I have been accepted to multiple ivy league college summer programs for college credits. Although i am receiving some financial aid, i still have to pay some out of pocket. So my question is, considering they are all online, has anyone done this and was it worth it?
They are totally worth it especially if you received a generous financial aid package to attend. I don't know which ones you got into but the Harvard/Columbia ones are just online while the Yale and Brown ones seem to have on-campus versions that seem more fun and give you a chance to experience being on campus, going to a real classroom with real professors and living in a dorm and eating a dining hall. I think if you got a 50% or better discount on the fees, then it's something to think about because you get to first-hand experience or test-drive what attending an Ivy college will be without taking any risks. I think the experience is worth much more than the credits you earn so I wouldn't value the program based on $$$ dollars per credit because let's face it an Ivy education is like $350,000 proposition these days and very expensive whether you get partial aid or even 75% covered.
Personally, I didn't have the chance to attend because I was cramming to get a 99%+ SAT/ACT score otherwise I would have loved to go and see for myself what the hype was all about. I would pick the Ivy that you think you might want to apply to and attend because that will either solidify your decision or sway you to look at other schools, and it's all good. You don't want to put all your eggs into one Ivy basket when you apply unless for sure you attend. So let's say you like Brown and it's your number 1. Then I would apply Early Decision in the Fall because you already know you love it and want to go there. Plus you'll get a boost because you are not competing with the RD pool of applicants.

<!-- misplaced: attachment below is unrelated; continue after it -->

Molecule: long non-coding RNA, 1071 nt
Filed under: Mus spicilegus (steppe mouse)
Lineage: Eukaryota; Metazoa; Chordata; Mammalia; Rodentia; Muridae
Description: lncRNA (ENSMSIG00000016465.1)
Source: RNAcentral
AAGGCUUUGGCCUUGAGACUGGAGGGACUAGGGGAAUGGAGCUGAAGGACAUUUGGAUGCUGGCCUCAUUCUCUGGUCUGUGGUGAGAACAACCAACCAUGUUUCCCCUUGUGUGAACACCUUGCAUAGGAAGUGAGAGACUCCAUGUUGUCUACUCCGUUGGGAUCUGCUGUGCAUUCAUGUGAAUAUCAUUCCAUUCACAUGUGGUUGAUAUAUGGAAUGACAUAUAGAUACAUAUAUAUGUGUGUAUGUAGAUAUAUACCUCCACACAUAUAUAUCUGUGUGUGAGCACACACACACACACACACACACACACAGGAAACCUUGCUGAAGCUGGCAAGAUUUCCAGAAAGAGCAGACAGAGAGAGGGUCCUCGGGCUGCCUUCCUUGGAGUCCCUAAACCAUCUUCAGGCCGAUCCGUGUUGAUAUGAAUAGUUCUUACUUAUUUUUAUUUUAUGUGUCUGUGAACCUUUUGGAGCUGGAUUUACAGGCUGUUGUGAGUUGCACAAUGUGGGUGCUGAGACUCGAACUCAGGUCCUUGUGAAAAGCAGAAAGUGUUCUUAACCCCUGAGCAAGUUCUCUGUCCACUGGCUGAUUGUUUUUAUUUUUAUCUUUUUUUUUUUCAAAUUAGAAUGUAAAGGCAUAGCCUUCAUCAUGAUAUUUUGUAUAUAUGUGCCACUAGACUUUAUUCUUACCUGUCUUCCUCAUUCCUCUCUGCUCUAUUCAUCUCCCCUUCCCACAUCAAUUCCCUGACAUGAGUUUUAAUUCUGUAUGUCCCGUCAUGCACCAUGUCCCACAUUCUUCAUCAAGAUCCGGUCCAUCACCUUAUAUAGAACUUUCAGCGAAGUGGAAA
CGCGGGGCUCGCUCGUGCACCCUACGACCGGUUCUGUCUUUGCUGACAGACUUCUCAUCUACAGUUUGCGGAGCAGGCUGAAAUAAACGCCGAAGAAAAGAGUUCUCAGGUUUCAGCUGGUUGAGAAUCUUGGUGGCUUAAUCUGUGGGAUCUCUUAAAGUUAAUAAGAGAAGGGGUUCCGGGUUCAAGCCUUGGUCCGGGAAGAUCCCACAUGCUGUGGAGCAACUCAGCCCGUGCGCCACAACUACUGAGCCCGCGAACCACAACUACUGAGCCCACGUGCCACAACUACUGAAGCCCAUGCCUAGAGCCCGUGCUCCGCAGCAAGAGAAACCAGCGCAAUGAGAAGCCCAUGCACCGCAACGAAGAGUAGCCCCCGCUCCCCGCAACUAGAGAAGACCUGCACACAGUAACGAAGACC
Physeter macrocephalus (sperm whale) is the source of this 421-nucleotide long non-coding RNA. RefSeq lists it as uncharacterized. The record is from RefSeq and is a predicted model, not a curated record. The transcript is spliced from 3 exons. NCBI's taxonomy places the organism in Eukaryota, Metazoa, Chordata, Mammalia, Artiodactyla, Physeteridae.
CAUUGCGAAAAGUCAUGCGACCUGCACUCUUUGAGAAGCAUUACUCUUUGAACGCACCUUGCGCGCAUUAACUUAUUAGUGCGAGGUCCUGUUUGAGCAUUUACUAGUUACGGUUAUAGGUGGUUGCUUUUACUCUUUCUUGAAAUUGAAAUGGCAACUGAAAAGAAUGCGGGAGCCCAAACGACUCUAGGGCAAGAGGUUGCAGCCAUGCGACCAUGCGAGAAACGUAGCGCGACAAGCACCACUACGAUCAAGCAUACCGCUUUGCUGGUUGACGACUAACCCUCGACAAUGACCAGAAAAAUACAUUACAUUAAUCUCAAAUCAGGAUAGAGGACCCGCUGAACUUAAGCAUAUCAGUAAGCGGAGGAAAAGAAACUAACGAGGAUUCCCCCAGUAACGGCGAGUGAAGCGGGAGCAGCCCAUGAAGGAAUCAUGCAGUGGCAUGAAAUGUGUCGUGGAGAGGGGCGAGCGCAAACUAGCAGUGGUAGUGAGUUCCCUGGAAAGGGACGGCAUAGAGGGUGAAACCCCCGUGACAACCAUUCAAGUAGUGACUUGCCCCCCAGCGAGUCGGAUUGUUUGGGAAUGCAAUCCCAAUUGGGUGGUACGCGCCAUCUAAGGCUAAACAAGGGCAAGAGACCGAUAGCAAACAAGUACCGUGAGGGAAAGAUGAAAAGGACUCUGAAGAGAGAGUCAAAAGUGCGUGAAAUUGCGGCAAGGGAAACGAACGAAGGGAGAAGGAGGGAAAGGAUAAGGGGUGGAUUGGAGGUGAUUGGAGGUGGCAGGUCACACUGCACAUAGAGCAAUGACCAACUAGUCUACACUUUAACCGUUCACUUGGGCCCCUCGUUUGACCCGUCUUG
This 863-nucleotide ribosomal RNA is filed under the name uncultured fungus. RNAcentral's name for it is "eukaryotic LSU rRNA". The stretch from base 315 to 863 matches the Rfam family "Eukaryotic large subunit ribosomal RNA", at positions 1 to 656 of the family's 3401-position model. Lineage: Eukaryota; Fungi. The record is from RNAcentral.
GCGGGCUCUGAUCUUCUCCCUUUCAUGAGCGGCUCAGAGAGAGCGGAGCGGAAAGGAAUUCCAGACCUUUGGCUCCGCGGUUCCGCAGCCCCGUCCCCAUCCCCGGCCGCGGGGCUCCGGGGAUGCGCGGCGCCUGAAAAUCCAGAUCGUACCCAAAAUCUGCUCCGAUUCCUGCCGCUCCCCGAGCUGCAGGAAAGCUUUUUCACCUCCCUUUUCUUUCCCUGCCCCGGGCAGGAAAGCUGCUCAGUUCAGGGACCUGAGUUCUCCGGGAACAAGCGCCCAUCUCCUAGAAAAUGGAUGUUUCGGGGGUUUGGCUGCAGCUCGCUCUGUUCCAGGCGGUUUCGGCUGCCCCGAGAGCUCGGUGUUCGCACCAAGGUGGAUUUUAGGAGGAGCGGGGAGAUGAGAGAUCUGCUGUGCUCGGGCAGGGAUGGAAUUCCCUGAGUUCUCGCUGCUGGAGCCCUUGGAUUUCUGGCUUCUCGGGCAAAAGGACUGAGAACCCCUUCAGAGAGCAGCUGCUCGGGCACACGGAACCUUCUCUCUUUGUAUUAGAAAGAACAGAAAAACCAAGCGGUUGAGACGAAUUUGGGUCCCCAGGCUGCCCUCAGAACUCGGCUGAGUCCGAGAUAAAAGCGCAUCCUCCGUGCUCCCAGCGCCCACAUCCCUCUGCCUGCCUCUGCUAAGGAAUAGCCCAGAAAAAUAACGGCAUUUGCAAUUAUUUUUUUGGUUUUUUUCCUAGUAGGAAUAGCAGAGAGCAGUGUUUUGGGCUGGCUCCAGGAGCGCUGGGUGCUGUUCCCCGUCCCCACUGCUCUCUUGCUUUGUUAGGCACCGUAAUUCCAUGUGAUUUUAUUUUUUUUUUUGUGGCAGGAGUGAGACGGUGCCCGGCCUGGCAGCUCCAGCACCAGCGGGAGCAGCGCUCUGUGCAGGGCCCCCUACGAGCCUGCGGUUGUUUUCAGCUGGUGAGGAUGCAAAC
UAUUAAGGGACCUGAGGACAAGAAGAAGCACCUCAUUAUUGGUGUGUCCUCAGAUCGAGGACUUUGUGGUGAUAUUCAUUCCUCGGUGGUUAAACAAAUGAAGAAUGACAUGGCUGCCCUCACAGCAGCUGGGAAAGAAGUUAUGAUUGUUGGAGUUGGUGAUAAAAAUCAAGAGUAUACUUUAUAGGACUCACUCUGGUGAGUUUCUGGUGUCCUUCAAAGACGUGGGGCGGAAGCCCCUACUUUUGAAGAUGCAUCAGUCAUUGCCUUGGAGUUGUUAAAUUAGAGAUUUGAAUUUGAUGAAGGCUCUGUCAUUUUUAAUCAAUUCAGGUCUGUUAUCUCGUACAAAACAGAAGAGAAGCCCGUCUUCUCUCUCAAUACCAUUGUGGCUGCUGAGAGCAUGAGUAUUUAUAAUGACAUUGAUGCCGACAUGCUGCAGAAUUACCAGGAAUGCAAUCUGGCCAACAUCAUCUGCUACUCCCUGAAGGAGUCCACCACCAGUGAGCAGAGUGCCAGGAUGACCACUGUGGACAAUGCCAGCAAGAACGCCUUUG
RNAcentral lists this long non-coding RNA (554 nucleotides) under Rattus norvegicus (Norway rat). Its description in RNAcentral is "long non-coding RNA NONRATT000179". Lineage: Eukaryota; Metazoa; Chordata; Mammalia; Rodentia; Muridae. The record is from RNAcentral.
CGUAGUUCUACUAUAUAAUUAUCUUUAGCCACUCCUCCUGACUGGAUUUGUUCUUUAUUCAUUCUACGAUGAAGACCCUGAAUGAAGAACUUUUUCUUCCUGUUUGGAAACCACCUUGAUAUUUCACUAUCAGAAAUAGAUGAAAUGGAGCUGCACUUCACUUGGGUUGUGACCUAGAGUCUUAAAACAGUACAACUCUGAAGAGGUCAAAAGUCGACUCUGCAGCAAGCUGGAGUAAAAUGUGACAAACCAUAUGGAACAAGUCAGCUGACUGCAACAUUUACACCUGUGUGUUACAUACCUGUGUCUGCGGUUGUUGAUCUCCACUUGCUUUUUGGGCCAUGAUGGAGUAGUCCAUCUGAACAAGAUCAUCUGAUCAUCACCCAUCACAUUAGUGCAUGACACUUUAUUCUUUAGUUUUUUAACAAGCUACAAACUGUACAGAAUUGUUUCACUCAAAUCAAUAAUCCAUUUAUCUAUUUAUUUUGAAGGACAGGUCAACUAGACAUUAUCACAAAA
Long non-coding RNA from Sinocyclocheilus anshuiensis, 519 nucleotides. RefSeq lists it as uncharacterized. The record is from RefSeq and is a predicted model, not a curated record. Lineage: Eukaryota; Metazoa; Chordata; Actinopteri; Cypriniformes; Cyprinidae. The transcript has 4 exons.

Although most people say that if you attend these programs it doesn't help your chances, I tend to disagree a little bit. In my assessment, if you attend these and use your time wisely to engage with the professors and really do an outstanding job, I think they will notice that on your application especially if you write about the experience on the "WHY BROWN Essay prompt" how going to Brown solidified your decision to apply to ED because after attending the pre-college program, you knew that Brown was your number 1 choice and you were not going to apply anywhere else ED. If you have all the stats, grades, essays, and ECs to back up your narrative, then they will take notice of your enthusiasm and eagerness to be a Brown Bear. Since 90% or more applicants to pre-college really don't have a perfect admit profile, I can definitely see how and why they reject a lot of these participants when it comes to formally apply to the school. I think the obvious assumption is that if you are not Brown material, to begin with, don't apply to the pre-college program thinking that attending in itself has intrinsic value to boost your application. I think it helps when you are the kind of admit Brown wants, and you attend the program because it brings 2 parties closer together. So choose wisely upfront and not pick a school unless you are already on track to be a top applicant to attend the school.